CANADA – SunOpta, a Minnesota company on a mission to create organic, healthy, and sustainable milk and food products, is preparing to open the first phase of a new US$100 million, 285,000-square-foot facility.
Since bacteria is a milk processing plant’s mortal enemy, the company is intricately building the new facility to have a sterile process that doesn’t strip the company’s plant-based milk of the flavor its customers expect.
In August 2021, the company announced plans for the “mega-facility” that broke ground a month later.
Midlothian and Ellis County are giving SunOpta an eight-year tax abatement valued at about US$7.3 million.
The company will also be eligible for a grant of up to US$200,000 for creating and retaining jobs, according to Midlothian City Council documents.
The Midlothian plant will be the company’s largest to date out of the 12 plants in the U.S., Canada, and Mexico, three of which make products similar to Midlothian.
By the end of the year, the Midlothian plant will be churning out alternative milk products through a bacteria-free manufacturing process that sterilizes each step separately.
Michael Buick, the senior vice president, and general manager of SunOpta said: “Aseptic manufacturing is very complex. You’re looking at a sterile product going into a sterile package in a sterile environment.”
The plant will make SunOpta milk, teas, and broths that will typically be in three package sizes – 32-ounce slim and edge packages used in food service, shelf-stable retail and e-commerce packages for plant-based milk products, and 330-milliliter packages used primarily in high-protein nutrition shakes.
To strengthen its goal to have zero waste, the company’s senior plant manager for the Midlothian facility, Anil Neti, said sustainability is also a key part of the new building.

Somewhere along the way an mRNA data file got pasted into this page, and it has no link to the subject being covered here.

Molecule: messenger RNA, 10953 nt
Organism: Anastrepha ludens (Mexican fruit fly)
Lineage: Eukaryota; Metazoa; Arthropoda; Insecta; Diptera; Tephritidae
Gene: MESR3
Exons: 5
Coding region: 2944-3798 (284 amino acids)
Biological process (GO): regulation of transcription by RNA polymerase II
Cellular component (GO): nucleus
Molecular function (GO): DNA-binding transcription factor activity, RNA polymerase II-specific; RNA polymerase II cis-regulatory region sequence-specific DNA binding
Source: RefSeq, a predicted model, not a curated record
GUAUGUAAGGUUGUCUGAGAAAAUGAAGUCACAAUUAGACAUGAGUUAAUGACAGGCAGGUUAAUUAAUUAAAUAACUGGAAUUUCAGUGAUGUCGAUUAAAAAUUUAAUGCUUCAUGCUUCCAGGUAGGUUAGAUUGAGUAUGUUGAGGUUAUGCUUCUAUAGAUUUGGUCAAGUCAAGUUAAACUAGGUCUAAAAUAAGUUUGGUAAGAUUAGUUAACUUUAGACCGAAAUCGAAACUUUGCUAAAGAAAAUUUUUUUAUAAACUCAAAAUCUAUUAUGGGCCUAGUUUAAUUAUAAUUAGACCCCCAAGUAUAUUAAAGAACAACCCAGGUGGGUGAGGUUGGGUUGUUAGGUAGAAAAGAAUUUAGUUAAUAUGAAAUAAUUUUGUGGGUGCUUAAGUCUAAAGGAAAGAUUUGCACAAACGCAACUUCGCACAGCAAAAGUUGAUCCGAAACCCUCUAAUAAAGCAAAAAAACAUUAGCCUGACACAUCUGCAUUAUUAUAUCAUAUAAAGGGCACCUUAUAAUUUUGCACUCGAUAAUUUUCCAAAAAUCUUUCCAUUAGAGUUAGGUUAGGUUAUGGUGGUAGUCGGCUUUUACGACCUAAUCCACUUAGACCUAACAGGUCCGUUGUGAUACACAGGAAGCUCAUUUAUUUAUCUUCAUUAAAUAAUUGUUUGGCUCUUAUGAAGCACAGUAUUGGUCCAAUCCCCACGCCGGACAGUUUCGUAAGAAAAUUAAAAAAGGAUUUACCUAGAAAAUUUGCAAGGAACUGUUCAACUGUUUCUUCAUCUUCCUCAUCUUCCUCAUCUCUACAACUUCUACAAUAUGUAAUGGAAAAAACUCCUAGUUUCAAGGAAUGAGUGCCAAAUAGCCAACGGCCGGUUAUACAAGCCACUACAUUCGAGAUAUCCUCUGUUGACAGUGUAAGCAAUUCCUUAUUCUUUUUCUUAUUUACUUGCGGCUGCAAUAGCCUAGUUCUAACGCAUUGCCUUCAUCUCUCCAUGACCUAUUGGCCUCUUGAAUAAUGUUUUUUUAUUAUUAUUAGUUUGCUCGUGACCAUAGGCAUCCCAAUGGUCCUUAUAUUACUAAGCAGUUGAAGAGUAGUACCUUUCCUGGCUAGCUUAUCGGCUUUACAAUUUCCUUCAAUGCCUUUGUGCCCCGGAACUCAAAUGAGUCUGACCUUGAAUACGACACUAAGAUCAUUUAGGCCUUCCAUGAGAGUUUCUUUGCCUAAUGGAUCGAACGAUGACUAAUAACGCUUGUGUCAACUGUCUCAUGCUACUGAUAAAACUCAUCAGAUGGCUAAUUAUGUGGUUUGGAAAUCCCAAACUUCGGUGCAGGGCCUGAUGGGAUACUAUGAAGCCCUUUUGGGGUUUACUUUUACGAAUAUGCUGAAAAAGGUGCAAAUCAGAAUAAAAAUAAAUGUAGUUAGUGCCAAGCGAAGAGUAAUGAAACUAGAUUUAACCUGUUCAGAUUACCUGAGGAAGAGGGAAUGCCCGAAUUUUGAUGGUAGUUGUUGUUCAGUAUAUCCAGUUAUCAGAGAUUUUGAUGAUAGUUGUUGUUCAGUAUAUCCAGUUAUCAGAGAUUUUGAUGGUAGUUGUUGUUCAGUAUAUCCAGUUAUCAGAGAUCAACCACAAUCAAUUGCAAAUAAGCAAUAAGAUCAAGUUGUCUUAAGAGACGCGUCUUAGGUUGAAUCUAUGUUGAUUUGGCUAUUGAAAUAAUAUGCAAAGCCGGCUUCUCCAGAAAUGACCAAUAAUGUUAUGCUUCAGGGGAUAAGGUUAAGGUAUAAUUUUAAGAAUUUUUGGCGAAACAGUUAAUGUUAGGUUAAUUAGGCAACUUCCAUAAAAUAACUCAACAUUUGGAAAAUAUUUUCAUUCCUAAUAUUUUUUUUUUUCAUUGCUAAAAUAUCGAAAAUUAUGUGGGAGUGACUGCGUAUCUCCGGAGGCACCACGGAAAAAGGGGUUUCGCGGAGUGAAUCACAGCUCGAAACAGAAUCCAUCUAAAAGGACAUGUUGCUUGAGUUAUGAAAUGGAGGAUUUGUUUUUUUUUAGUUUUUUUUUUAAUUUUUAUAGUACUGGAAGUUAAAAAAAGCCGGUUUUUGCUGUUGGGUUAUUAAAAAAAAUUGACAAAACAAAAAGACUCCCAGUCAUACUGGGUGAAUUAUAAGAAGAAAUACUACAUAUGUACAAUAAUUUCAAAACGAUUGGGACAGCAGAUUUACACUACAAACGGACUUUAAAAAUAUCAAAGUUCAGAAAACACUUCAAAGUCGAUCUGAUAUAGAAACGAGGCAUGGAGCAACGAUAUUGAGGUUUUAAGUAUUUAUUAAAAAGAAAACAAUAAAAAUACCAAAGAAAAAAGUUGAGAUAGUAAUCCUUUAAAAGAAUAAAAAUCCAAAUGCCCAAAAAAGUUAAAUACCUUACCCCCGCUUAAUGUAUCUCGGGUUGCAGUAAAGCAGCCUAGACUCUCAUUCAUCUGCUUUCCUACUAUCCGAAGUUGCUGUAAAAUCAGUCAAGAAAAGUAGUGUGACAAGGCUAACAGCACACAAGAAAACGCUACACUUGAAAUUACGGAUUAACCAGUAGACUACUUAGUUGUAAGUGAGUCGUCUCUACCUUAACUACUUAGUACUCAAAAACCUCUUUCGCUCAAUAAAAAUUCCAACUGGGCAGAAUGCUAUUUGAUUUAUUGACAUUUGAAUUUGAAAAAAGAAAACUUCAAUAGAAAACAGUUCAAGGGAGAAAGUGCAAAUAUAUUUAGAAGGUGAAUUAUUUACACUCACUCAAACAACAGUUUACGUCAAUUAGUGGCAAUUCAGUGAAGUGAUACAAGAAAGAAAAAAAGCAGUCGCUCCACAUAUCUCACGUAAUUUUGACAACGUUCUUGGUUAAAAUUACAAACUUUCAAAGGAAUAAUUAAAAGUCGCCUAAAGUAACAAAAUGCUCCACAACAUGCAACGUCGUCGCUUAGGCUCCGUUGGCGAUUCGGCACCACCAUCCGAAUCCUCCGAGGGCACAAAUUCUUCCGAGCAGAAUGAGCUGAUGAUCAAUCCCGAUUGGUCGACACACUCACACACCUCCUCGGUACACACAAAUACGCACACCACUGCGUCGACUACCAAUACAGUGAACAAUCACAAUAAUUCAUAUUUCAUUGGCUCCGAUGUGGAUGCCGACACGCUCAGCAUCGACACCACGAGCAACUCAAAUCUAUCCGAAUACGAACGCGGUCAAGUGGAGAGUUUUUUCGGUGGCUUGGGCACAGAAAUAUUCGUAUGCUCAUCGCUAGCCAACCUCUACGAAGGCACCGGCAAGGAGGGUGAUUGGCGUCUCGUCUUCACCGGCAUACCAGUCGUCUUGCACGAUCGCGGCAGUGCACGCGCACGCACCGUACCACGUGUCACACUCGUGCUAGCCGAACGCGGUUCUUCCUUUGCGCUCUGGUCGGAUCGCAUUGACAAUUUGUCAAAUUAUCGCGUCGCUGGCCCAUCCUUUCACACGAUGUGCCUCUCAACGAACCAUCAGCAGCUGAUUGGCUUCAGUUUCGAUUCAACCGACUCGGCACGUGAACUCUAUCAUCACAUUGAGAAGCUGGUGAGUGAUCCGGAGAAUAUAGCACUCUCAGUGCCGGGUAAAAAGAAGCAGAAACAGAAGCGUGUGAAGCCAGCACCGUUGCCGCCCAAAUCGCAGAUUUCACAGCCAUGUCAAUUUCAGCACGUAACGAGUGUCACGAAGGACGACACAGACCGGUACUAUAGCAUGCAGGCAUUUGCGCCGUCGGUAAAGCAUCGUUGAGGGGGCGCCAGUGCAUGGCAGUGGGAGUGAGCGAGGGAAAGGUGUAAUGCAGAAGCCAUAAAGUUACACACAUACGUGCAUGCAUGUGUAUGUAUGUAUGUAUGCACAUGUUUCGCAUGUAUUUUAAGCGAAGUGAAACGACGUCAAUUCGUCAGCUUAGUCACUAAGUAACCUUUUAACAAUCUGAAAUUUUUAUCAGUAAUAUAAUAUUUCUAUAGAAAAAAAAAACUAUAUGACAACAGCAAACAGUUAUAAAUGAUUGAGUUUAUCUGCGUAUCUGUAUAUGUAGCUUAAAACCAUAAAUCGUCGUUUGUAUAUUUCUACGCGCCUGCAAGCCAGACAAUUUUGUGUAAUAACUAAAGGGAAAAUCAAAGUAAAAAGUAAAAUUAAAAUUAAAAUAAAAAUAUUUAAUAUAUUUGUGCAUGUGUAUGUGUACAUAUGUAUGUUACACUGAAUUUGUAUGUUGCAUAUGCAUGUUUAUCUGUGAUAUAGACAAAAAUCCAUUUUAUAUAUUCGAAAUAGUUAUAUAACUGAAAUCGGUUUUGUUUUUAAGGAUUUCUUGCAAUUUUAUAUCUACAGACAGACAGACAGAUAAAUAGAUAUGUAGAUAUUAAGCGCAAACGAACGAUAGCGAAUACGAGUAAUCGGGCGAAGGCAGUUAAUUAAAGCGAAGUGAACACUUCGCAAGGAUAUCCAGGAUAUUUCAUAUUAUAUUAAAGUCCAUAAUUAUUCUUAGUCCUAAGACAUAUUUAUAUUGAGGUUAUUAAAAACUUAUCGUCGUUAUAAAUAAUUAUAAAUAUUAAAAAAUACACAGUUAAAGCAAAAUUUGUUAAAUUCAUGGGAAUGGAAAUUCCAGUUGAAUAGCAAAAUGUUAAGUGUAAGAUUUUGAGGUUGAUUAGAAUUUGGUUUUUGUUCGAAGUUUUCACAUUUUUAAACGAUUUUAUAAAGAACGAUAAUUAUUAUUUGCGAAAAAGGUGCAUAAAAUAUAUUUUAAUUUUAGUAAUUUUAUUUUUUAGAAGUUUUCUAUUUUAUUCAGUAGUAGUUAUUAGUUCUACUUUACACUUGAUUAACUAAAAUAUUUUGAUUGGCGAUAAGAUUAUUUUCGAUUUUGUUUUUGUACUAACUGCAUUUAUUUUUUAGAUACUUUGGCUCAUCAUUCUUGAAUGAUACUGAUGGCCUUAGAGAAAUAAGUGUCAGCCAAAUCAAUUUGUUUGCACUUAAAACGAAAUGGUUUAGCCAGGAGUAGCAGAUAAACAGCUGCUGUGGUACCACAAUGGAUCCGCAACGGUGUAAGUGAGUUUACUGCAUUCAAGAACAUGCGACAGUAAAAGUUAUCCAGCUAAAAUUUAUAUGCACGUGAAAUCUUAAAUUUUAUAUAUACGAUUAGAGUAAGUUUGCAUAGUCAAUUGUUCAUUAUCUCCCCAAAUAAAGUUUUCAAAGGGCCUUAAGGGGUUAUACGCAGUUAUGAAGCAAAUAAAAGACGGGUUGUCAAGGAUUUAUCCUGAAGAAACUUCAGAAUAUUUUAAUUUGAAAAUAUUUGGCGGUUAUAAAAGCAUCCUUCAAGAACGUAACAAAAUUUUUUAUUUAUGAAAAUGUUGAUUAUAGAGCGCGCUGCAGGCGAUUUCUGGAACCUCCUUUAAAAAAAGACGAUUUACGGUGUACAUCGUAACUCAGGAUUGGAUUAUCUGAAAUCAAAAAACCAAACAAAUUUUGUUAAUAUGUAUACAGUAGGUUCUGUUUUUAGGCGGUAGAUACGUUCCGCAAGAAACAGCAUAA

He added that the company has blueprinted the initiative in the design of the facility that will not only address the environment but also the local community, employees, and stakeholders.
The expansion of SunOpta dairy company is timely as plant-based milk is beating out consumption of fluid milk, or cow’s milk, according to U.S. Department of Agriculture research.
Plant-based milk alternatives also are beginning to cut into traditional cow’s milk sales, considering that younger American generations are drinking less fluid milk than the previous generation, the USDA’s Economic Research Service reports.
USDA explains that people born in the 1980s and 1990s consume even less fluid milk in their adulthood than those born in the 1970s, pointing to different beverage selections people had as children.
SunOpta has plans to expand the Midlothian plant in a second phase, which includes an extra 150,000 square feet of production space.
The second phase, which has not been slated a period, could mean new products and additional expansion of oat extraction, Buick said. Since the company is a contract manufacturer, that could take the form of a joint project with partners.
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